Sudan's elections face big challenges, says UNMIS

17 Aug 2009

Sudan's elections face big challenges, says UNMIS

The National Elections Commission (NEC) faced tremendous challenges in organizing Sudan's first multi-party elections in more than 20 years, UNMIS Chief Electoral Affairs Officer Ray Kennedy said on 5 August.

Speaking at a Khartoum press conference, Mr. Kennedy said these challenges included the size and physical landscape of the country as well as weak infrastructure in large parts of it.

He also pointed to the challenges of organizing elections for six offices at the same time as well as time pressures the NEC was under, with the election law being passed two and a half years late and establishment of the NEC itself taking far longer than envisioned.

"The success of these elections will require the combined efforts of the NEC, the United Nations system, and the broader international community, but more importantly, it will rely on the Sudanese people themselves, who in the long run will determine if this is a peaceful and acceptable process."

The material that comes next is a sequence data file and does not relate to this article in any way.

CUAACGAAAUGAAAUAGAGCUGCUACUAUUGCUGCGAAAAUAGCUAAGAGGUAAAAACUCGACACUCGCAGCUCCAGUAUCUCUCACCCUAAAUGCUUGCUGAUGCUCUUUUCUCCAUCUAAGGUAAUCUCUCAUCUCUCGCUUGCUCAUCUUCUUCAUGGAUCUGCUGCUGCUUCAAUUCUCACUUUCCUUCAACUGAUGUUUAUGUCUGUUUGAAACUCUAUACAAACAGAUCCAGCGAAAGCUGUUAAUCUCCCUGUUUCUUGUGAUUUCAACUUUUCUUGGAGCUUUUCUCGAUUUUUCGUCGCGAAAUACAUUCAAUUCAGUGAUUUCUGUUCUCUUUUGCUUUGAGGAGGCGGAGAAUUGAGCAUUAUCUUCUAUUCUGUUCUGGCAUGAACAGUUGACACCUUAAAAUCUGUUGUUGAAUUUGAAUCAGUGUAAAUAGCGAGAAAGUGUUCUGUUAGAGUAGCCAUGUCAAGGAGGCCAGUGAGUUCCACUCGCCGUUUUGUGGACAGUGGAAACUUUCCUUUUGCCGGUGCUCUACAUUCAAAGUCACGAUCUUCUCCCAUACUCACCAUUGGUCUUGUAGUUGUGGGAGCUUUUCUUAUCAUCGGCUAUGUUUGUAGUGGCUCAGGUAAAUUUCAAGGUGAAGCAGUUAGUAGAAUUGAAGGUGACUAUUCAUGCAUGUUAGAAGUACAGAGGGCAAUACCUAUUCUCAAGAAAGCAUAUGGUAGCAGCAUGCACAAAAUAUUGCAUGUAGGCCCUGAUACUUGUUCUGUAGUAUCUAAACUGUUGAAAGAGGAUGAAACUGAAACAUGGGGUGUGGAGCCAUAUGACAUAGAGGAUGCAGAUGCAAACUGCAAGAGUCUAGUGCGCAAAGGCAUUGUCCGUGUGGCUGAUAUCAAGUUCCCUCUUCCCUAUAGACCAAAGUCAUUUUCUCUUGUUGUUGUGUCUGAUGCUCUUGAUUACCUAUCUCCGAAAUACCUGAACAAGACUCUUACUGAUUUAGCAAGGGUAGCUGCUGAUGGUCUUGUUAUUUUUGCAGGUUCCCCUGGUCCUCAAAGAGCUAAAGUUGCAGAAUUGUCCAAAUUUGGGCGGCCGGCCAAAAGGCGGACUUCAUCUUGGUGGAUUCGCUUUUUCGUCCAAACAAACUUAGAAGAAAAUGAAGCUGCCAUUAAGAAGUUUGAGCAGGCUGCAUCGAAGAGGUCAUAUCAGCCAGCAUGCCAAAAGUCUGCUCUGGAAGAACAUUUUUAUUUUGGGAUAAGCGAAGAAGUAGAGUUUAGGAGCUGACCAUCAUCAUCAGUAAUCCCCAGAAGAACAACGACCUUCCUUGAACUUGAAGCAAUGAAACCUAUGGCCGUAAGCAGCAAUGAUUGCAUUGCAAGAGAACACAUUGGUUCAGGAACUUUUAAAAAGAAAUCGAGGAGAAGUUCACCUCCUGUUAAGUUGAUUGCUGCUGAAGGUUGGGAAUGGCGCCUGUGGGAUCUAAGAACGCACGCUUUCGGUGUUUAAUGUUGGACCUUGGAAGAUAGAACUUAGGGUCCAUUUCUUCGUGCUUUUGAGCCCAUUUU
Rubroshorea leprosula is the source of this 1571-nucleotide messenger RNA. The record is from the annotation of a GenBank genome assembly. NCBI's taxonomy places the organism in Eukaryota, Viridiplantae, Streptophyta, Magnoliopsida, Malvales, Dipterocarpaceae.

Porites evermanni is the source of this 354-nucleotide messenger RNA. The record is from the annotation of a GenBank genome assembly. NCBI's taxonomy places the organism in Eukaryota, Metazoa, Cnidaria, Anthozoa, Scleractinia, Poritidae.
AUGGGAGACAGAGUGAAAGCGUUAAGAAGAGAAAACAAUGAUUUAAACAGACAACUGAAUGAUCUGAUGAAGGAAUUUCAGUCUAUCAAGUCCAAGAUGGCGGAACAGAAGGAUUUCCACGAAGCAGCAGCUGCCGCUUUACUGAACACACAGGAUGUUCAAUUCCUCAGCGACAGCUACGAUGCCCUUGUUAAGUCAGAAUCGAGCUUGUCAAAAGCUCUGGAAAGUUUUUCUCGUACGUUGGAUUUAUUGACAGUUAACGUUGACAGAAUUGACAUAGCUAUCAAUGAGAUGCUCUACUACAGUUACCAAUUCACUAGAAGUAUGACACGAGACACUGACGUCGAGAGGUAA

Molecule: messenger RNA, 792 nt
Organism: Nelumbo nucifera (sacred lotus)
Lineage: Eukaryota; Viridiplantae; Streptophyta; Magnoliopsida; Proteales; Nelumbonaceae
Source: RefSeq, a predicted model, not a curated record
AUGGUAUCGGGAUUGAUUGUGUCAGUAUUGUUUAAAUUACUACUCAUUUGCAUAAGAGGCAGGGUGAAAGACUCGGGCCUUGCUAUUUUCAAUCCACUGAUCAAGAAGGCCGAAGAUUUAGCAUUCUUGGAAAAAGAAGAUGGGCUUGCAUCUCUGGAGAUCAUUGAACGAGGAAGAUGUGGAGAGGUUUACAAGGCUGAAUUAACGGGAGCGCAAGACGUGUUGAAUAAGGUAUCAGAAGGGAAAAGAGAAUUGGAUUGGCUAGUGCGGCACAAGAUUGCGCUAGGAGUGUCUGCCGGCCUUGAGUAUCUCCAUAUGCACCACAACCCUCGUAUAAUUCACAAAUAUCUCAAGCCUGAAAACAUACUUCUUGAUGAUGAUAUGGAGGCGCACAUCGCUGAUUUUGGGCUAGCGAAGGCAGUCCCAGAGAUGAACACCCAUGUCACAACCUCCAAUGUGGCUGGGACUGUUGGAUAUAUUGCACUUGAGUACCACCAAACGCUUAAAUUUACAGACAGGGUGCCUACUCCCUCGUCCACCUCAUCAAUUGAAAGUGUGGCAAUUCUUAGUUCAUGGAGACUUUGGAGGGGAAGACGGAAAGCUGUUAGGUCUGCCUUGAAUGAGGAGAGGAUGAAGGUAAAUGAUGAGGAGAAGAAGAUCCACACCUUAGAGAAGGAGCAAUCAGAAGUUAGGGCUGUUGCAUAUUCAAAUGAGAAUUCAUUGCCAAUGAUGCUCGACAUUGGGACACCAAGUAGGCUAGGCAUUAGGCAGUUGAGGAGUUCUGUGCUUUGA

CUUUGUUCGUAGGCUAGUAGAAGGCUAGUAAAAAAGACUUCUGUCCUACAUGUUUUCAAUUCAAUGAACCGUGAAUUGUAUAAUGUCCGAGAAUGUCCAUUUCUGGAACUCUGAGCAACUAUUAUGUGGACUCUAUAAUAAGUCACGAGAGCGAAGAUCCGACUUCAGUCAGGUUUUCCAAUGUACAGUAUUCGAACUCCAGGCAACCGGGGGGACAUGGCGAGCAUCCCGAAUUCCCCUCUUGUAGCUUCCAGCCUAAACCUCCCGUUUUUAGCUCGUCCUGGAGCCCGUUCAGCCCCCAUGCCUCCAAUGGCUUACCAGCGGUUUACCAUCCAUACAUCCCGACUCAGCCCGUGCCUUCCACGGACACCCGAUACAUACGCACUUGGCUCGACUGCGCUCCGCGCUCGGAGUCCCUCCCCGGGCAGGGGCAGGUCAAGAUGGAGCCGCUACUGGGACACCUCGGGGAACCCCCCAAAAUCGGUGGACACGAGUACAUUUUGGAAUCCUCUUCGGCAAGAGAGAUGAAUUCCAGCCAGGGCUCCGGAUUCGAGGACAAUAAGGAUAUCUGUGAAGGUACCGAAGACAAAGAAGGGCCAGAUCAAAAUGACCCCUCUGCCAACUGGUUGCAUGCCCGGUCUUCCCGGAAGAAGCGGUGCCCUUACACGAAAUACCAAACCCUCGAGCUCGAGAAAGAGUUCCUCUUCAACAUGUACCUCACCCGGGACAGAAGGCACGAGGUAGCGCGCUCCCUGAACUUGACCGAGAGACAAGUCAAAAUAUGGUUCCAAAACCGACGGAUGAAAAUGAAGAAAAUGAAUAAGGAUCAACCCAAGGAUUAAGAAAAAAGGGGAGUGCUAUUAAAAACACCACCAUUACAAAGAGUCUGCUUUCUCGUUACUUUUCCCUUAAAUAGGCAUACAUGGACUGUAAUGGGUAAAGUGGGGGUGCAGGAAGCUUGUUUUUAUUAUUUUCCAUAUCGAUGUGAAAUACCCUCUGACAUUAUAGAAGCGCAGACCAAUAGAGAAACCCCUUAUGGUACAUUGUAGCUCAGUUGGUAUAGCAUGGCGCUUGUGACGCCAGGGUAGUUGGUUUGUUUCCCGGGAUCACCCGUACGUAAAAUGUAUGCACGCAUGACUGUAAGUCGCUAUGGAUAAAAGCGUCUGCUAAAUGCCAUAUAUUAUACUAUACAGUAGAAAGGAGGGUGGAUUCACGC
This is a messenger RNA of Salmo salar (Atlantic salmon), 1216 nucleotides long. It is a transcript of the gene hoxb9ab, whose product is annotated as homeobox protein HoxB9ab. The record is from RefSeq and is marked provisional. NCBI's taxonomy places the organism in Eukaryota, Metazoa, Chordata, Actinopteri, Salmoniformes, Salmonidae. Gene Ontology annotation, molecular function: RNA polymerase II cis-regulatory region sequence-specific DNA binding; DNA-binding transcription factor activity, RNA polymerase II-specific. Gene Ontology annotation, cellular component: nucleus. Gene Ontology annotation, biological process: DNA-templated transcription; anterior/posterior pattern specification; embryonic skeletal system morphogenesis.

To support the poll, UNMIS had over 100 staff on the ground, with teams in Khartoum, El Fasher, and each of the 10 states of Southern Sudan, Mr. Kennedy said. "By late September, we plan to have election support teams in each state in the north as well, as we respond to the NEC's request for support in all 25 states."

The mission was advising on the development of operational and logistical plans and procedures for voter registration, nominations, polling, counting, and the tabulation and announcement of results, the election officer said.

Based on a request from NEC to assist with logistics, UNMIS had asked for additional helicopters to help move registration materials, voter education materials, ballots, and ballot boxes around the country. "According to our calculations, we could be asked to assist with the transportation of 7.5 million kilograms of election material," Mr. Kennedy said.

The mission was also working with election observation organizations to ensure that international observers monitored the poll, and with civil society groups to ensure citizens had at least a basic understanding of the complex process.

UNMIS and UNAMID were working with the police to develop and implement training programmes on election security, Mr. Kennedy added. The UN Development Programme was managing funds from donor countries and purchasing materials required for voter registration and the elections.